If you landed here looking for reasons to choose adoption over abortion, that is not what this article is about. I am not trying to sway your opinion on either topic, but rather address something I’ve been seeing.
By now, you have probably seen those memes floating around social media and appearing in your inbox that state, “Adopting a child should not cost more than aborting one.” While meant to elicit an emotional response and possibly make us question the costs associated with each action, it is a flawed and uneducated approach.
Starting off, this meme implies the pregnant woman is responsible for the costs of either choice. While it is true that abortion costs must be absorbed by the mother (or the mother and father, their family, or possibly their insurance in some cases), this is not true for adoption. Adoption costs the expectant mother no money. The fees of adoption are passed on to the hopeful adoptive parents. Let’s break it down with facts, and then you can be the judge on the fees of each.
Pregnancy Test: $0 — $100 —The cost varies based on clinic and lab fees, as well as if it is a urine or blood test.
Ultrasound: $100 — $300 — The cost varies based on the clinic, technology, technician or doctor fees, as well as time spend doing the imagining.
Options Counseling: $100 — $200 — As part of an abortion appointment, limited counseling on options and understanding will be presented to the pregnant woman.
Medical Abortion: $400 — $800 — A medical abortion is done with prescription medications in the early weeks of pregnancy. The cost of this varies by location and any necessary follow-up appointments.
Surgical Abortion: $400 — $2,000 — Surgical abortion is a surgical procedure and the cost varies depending on term of pregnancy, clinic, doctor fees, and necessary and postpartum care.
Total Abortion costs: $500 to $2,600
Home Study: $0 — $5,000 — A home study price will vary depending on the type of adoption, the amount of paperwork, background checks, fingerprinting, people involved, services rendered, and other factors.
Adoption Education and Counseling: Free — $5,000 — Adoption education can be taken for free from the county or an agency may have recommended training from another outside source. Many agencies will have a set curriculum for hopeful adoptive parents that requires many hours of training and passing certification exams to help the hopeful adoptive family learn about more about adoption and parenting an adopted child.
Legal Fees and Court Costs for Adoptive Parents: $1,000 — $5,000 — We all know that lawyers don’t come cheap. The paperwork that has to be filed for the adoption as well as court appearances for finalizing the adoption are a part of that cost.
Legal Fees for Birth Parents: $500 — $2500 — It’s also necessary for the birth parents to be represented in the adoption. A legal adoption should also be an ethical adoption; therefore, a lawyer representing the birth parent’s rights is a part of the total adoption cost.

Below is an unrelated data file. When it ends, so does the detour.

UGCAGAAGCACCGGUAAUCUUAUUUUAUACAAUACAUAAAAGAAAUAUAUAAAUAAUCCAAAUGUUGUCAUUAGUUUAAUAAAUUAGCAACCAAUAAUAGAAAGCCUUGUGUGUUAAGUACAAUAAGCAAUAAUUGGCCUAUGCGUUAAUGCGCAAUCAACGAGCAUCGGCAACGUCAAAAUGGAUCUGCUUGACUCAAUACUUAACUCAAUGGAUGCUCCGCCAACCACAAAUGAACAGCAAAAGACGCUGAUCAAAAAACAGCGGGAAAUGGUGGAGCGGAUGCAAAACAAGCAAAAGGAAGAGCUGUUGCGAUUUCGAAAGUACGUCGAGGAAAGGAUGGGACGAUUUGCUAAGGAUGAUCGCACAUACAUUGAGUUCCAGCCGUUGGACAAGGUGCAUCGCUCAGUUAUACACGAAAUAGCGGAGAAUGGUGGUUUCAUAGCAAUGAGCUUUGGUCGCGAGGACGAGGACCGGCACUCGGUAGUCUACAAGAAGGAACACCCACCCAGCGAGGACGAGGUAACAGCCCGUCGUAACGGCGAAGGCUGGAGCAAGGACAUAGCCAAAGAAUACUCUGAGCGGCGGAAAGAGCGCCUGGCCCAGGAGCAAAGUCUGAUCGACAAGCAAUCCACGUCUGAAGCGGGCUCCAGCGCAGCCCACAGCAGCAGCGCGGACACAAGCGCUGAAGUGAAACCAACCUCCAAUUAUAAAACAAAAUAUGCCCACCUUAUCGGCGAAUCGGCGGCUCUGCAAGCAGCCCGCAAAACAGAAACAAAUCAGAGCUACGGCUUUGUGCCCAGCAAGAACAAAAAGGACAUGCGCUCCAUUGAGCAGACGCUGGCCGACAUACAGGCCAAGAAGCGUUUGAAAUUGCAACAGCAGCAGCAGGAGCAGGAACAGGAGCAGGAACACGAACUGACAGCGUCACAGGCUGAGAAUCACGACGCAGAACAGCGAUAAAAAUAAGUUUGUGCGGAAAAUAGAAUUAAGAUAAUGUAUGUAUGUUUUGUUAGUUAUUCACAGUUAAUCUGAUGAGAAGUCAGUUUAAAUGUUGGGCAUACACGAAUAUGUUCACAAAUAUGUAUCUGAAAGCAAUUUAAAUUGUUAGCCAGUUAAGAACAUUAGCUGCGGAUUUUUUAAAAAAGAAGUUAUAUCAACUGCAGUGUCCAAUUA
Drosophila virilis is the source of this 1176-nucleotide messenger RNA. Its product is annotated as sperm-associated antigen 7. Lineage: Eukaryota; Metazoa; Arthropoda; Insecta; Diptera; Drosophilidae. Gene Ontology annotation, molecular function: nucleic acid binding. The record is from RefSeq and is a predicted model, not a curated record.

Living Costs: $0 — $10,000 — Every state and every mother has varying laws regarding adoptive parents covering expectant mother living expenses. While some states mandate that there are no living costs to be paid as part of an adoption, other states have maximum amounts or allowable expenses. “Allowable expenses” can include housing, food, clothing, utilities, car payments, gas, and sometimes even entertainment. Knowing the laws about this, as well as finding an agency to work with your budget, will dictate how much your adoption costs could add up to.
Medical Costs: $0 — $20,000 — Some expectant women who have created an adoption plan are on Medicaid. Others have private insurance or no health insurance at all. In those instances, medical costs often fall to the responsibility of the adoptive parents.
Placement Fees: $0 — $20,000 — While not all types of adoption have placement fees, placement fees cover the costs of operation for an adoption agency: employees, rent, utilities, website, marketing, paperwork, and more. In addition to the agency overhead, if you are adopting internationally, there will be orphanage fees and intercountry fees that apply.
Post-adoption Visits: $0 — $5,000 — Until your adoption is finalized, a social worker will likely make several visits to your home, which will add additional fees.
Travel: $0 — $10,000 — If you are adopting locally, you may only need to travel to and from the agency or to prenatal visits with the expectant mother. If you are adopting out of state or from another country, travel will add a big chunk to your total adoption costs. Gas, airline tickets, passports, hotels, food, entertainment, and loss of work time all must be factored in.
Total Adoption Costs (on average) $1,500 to $50,000. (Averages depend on type of adoption and circumstances surrounding adoption.)
So while in a perfect world, adoption wouldn’t cost a lot, the high end of abortion costs and the low end of adoption costs are actually quite similar. If you look at the many factors that can drive up the cost of adoption, it is more understandable why it can be such a huge fee. If the fee seems outrageous to you, it is in your hands to try to do something to streamline the costs and seek federal guidelines on the cost of adoption practices. But pitting the cost of adoption against the cost of abortion is not a valid or relevant argument at this time.
What do you propose we do to make adoption more affordable and less of a booming money industry?